Navigating Transitions: Aging gracefully with Susan ZanolMar 25, 2020 12:32PM ● By Joyce Corley
Since she retired, Zanol has been crossing things off her bucket list like schmoozing this goat at a farm in Paonia. But really—she hopes to compete in the Hotchkiss Sheepdog Trials.
Her jobs were her passion. But between Susan Zanol’s fun-loving personality and active retirement life, you might not have known retiring was a difficult transition for her.
Despite the difficulties that come with life’s later years, Zanol has learned to maintain a positive attitude while aging.
Zanol, 65, was born in Denver, although she considers Alamosa her hometown. Her first taste of international travel came when she was 14, when her family moved to Sydney, Australia, for two years before returning to Colorado for high school.
Zanol completed nearly 11 years on active duty in the Air Force and another 11 years as a reservist. During her military service, Zanol spent time on temporary duty around the world. But sometimes her stations were less exotic than she expected, such as Griffiss Air Force Base in Rome, New York.
“When I got my orders, I thought I was going to Italy until I saw New York,” she said. “That was after I bought travel books and an Italian language book.”
She was stationed in Kansas City, Missouri; Wichita, Kansas, Suwon Air Base in Korea, and North American Aerospace Defense Command (NORAD). She was also an instructor at The Air Force Academy in Colorado Springs.
While serving in the Air Force, she reached the rank of lieutenant colonel.
Some exciting things she experienced was being selected to escort Colin Powell and Senator Patrick Moynihan, and briefing high-level leaders on the then-new ALCM weapon system and B1B Bomber.
“What I found super exciting was lying in the back of a KC-135 refueler aircraft face down beside the boom operator. It felt like I could touch the pilot in the aircraft below. I always waved and got a wave back,” said Zanol.
Zanol earned a bachelor’s degree in history and education, and masters' degrees in special education and business administration.
After her military service, Zanol taught at East Middle School in Grand Junction for 21 years until she retired about eight years ago.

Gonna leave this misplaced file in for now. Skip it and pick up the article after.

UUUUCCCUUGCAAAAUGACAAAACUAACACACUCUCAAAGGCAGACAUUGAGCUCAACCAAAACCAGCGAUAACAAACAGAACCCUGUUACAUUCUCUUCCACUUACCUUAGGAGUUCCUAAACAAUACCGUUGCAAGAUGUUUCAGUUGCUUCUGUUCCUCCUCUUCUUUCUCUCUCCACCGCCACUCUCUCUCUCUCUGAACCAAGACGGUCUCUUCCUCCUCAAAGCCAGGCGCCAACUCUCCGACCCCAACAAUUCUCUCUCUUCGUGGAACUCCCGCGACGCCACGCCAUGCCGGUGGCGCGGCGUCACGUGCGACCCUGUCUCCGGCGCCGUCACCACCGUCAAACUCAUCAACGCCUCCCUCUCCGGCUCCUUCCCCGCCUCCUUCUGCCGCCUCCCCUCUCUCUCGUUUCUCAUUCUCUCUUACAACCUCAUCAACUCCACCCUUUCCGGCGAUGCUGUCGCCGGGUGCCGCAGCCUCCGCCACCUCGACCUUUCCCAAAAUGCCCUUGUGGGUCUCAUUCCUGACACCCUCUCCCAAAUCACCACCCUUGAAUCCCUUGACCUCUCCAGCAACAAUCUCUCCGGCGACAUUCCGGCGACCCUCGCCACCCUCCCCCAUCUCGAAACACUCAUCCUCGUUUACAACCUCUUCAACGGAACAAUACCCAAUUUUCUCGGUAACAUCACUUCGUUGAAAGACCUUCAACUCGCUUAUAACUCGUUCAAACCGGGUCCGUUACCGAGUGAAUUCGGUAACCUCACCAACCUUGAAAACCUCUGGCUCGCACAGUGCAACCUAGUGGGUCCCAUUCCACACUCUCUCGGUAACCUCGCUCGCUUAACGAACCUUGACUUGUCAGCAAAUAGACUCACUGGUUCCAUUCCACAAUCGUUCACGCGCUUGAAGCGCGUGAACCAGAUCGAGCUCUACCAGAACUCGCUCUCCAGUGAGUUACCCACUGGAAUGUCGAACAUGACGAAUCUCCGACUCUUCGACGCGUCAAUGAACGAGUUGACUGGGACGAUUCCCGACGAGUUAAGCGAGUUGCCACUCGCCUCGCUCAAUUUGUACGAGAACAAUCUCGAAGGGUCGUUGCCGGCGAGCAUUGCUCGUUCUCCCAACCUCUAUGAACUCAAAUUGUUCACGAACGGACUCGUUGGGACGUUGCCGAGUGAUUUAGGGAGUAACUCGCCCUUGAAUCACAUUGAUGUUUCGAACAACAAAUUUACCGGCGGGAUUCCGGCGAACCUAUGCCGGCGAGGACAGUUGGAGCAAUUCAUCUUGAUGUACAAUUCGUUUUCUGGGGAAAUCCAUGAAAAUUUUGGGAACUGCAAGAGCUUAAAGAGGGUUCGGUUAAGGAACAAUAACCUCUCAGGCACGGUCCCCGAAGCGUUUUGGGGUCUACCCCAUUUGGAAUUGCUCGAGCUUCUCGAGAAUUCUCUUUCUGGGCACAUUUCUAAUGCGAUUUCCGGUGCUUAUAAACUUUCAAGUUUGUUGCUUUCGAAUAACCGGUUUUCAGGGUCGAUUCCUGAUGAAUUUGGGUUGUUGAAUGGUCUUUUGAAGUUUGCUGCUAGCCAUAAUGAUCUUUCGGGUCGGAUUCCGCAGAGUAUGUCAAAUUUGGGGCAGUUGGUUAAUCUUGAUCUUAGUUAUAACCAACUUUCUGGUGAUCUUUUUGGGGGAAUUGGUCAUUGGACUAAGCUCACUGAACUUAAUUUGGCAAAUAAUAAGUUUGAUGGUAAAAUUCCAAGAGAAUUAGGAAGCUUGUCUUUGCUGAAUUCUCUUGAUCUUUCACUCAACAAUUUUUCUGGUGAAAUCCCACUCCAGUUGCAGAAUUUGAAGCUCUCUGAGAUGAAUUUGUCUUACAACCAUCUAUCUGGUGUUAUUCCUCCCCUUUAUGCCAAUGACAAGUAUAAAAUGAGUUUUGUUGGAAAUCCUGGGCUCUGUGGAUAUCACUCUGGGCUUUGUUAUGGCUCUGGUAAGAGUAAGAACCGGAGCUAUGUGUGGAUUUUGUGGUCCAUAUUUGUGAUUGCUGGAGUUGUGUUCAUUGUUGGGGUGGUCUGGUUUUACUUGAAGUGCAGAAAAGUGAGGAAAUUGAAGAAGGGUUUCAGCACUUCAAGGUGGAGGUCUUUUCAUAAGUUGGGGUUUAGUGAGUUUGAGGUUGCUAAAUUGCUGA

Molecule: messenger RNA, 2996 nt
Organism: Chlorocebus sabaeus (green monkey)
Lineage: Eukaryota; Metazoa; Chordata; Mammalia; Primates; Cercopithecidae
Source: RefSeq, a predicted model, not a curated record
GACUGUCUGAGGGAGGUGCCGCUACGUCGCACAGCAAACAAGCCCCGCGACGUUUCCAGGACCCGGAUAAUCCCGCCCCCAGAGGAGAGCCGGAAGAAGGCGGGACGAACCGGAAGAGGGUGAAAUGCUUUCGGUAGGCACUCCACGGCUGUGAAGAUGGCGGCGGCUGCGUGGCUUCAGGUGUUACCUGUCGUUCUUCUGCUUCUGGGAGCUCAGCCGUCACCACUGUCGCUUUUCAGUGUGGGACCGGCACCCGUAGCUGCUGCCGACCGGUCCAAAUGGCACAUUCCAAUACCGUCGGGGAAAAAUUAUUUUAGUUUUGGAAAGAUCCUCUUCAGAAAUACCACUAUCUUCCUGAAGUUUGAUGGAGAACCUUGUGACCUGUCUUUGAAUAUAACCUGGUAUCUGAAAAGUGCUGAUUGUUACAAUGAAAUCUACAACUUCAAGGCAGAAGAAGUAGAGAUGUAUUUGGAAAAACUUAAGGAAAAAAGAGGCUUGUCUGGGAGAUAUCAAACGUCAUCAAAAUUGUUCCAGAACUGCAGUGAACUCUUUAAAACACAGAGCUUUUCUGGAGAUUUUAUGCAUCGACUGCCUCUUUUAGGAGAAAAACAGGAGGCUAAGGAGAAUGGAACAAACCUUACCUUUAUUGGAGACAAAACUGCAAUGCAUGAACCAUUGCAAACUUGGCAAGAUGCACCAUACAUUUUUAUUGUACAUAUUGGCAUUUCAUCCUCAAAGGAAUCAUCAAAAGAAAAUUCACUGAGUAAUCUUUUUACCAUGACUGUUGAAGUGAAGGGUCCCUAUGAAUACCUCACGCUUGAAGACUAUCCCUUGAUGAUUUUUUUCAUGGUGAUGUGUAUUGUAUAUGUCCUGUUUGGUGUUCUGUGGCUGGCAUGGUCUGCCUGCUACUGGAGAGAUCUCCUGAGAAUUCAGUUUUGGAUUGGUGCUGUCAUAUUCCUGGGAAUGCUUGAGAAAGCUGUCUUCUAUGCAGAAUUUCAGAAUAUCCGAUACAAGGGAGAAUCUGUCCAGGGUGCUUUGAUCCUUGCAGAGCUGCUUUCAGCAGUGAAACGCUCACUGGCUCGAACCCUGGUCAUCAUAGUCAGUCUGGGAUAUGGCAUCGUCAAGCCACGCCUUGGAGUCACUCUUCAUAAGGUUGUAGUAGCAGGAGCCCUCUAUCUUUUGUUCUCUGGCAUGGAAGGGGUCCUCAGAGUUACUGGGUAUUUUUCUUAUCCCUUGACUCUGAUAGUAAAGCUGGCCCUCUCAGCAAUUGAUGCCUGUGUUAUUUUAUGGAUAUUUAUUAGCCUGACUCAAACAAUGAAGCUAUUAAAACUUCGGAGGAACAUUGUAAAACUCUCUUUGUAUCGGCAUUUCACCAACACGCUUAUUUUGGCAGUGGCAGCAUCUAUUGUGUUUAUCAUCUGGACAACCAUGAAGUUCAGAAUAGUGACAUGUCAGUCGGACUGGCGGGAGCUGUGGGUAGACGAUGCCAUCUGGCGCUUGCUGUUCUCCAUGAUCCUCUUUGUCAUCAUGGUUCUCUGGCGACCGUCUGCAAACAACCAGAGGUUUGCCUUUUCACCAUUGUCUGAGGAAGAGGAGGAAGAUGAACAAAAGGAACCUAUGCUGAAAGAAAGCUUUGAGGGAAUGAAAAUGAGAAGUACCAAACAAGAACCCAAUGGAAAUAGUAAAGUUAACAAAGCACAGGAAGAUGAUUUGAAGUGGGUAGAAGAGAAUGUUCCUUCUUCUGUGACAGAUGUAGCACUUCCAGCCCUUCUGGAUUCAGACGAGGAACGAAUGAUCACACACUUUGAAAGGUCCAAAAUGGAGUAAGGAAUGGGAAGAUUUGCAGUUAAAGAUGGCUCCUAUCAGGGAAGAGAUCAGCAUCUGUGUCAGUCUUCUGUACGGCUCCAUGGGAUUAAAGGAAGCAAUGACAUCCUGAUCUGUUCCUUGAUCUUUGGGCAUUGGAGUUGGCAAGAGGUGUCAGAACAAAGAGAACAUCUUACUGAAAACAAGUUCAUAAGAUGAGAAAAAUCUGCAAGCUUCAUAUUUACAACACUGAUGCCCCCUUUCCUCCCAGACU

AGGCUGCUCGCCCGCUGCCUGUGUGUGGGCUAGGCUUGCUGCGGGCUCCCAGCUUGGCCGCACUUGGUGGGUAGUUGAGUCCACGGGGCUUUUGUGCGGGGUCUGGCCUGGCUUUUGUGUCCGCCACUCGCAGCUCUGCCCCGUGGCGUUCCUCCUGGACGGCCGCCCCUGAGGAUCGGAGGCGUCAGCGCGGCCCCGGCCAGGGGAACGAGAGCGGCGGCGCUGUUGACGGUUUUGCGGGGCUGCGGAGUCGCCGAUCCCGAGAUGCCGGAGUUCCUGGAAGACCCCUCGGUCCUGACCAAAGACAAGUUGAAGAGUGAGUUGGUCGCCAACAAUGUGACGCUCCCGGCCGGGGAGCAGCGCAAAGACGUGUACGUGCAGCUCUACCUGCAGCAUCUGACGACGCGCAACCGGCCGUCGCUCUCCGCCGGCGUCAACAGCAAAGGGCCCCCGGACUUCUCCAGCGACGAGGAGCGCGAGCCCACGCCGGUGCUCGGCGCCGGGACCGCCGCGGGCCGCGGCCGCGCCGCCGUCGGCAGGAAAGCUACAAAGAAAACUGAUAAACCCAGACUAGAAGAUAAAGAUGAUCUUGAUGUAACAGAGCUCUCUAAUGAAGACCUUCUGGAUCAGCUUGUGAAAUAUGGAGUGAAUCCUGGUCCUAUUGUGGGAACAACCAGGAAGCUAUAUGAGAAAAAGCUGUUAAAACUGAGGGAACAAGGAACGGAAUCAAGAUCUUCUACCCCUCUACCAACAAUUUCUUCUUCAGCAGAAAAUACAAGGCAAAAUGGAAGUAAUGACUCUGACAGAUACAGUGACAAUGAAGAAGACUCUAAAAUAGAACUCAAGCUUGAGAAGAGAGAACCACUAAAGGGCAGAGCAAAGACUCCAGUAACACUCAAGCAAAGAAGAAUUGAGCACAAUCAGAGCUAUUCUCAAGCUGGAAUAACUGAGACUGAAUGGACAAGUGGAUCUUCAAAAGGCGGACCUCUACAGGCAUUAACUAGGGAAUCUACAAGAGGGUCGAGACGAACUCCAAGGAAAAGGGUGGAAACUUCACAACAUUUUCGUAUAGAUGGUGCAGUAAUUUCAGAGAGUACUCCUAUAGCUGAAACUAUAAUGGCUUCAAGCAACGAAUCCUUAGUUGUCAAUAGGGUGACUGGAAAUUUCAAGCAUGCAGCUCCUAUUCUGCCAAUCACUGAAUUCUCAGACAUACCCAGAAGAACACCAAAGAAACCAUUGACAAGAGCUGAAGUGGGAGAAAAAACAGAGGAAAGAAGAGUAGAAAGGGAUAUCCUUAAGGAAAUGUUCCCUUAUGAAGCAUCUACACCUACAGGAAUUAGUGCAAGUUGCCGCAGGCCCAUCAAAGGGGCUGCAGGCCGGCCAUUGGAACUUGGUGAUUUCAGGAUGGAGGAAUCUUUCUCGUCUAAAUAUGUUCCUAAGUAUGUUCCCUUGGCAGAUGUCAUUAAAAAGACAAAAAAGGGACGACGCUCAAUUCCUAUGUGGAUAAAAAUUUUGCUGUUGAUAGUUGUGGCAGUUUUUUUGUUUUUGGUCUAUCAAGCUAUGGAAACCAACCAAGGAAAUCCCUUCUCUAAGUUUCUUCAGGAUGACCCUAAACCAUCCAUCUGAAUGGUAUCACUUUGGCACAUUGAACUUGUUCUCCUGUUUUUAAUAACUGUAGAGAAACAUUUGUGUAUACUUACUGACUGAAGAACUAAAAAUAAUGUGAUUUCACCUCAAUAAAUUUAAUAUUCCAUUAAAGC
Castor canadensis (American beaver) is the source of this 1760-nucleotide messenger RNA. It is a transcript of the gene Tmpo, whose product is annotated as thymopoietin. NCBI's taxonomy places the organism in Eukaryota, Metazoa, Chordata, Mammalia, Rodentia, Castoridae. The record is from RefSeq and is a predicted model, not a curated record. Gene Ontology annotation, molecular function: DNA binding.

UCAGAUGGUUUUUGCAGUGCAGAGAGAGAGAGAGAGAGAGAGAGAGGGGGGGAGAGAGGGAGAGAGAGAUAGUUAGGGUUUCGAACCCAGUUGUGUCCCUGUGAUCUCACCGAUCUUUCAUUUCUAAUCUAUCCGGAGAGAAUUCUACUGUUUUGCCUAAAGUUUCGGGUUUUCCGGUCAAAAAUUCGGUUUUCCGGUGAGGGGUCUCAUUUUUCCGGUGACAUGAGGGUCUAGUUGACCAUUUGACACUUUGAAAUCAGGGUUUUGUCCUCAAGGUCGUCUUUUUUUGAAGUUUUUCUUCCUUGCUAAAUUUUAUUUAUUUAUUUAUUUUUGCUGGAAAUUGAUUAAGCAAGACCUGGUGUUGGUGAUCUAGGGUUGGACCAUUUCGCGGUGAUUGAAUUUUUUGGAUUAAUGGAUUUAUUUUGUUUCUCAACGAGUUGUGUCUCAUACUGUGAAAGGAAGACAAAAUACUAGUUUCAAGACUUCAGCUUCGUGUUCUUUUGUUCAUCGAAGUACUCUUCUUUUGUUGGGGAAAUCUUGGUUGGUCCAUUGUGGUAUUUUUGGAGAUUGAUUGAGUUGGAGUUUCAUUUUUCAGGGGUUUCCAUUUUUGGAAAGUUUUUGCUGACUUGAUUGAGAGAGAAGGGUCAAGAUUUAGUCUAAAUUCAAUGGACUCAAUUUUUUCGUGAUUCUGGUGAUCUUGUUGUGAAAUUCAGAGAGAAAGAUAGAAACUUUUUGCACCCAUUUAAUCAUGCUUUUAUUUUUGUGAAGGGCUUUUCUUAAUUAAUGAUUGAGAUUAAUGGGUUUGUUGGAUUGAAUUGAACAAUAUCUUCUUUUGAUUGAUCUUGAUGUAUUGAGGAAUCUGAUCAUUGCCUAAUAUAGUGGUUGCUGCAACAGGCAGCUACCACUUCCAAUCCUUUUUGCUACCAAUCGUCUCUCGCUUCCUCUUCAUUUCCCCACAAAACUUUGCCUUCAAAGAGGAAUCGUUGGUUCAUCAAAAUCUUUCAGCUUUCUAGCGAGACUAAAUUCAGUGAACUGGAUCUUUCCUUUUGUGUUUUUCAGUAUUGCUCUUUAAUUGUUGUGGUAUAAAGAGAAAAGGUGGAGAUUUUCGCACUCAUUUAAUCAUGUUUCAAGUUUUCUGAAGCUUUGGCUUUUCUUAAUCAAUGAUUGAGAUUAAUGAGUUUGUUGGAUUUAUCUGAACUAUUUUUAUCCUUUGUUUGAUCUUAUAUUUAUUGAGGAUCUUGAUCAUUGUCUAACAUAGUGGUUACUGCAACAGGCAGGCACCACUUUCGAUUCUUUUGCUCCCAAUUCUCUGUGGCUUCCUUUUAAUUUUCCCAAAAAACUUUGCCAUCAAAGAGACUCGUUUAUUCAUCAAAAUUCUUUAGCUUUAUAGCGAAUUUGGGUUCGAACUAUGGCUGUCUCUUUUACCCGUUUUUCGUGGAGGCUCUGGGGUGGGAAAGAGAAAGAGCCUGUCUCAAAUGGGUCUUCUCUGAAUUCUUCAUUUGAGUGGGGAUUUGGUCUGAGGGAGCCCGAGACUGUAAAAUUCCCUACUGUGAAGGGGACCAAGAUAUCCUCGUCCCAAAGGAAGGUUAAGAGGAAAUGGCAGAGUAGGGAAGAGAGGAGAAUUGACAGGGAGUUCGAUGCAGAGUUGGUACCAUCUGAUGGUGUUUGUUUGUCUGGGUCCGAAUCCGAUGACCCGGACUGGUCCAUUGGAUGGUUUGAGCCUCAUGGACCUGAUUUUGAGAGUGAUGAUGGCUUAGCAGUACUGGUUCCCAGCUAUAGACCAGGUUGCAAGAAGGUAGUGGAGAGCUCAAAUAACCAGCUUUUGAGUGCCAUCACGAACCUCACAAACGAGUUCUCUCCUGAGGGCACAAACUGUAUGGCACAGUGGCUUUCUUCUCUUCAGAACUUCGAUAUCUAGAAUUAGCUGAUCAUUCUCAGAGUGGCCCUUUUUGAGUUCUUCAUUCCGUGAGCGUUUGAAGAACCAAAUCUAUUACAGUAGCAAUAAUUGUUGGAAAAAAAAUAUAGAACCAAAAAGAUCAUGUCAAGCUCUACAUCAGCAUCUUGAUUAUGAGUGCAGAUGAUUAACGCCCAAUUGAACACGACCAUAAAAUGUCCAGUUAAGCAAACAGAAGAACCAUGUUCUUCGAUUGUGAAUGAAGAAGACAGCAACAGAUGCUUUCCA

“I felt I was at the top of my game when I retired from both professions,” said Zanol. “That’s how I wanted to go out. It was time for others to carry the torch.”
When Zanol retired from teaching, she moved to Montrose because of its cooler summers.
“The views are amazing! Most people are still small-town friendly in Montrose,” said Zanol.
But after such an active career, retirement was still a difficult transition.
“I had a hard time adjusting. I didn’t know what to do with the expertise I used in jobs still in my head. My jobs were my passion,” Zanol admitted.
She never really developed hobbies before retiring, but tried volunteering with a couple of organizations. It wasn’t a good fit.
“It felt like work with the absence of pay, and I was often asked to perform tasks that the paid staff didn’t want to do,” she said. “I didn’t feel that my talents were utilized. I felt lost in retirement. There is only so much travel and house cleaning you can do.”
That is, until four years ago when she received the dreaded diagnosis: cancer.
“It changed my priorities overnight. I appreciate each day now,” said Zanol.
Today, Zanol enjoys walks, kayaking, Tai Chi, racquet sports, learning Spanish, reading, watching good movies, helping others and being an active citizen in the political process.
“I’m an active member of the Disabled American Veterans (DAV), Veterans of Foreign Wars (VFW)and Free Thinkers of Montrose. I am very proud to be on the board of Bosom Buddies. I am in charge of advertising for Katmandu in Paonia, a cat fostering and rescue nonprofit. No cat left behind!” said Zanol.
She enjoys spending time with family and friends, including members of a “very cool book club,” added Zanol.
With her new perspective on retirement, Zanol has been able to complete her bucket list.
“I am content, and comfortable in my sagging skin (thank you, VA Mental Health) and want to be known for being a decent person with integrity who always takes the time to help out where needed,” she said. “I never want to be too old to be of assistance.”
When it comes to aging, Zanol is positive but honest.
“Physical changes seem to come more rapidly these days. We all remember puberty. This feels similar only with dry skin instead of oily, and shrinking instead of growing,” she said. “I have floaters the size of battleships. I seem to be adding parts like hearing aids and subtracting parts like breasts.”
She admits that growing old isn’t for sissies. But for Zanol, life still has many joys.
“I laugh easily at all sorts of things like animal antics, a good joke, good comedians, Saturday Night Live, with friends about funny things in our past and at meetings when it is totally inappropriate to pop off a quip,” she said. “I mostly laugh at myself, especially when I can’t find things like my glasses when they’re in my hand.”
Her advice for aging gracefully? Live with honor and integrity.
“I have loved, made plenty of mistakes and tried to always give back,” said Zanol. “I am honored to have been a part of the defense of this country and a part of educating young people. I hope that I, at a minimum, taught critical thinking skills and good citizenship with a bit of personal finance thrown in.”Read more from our navigating transitions series.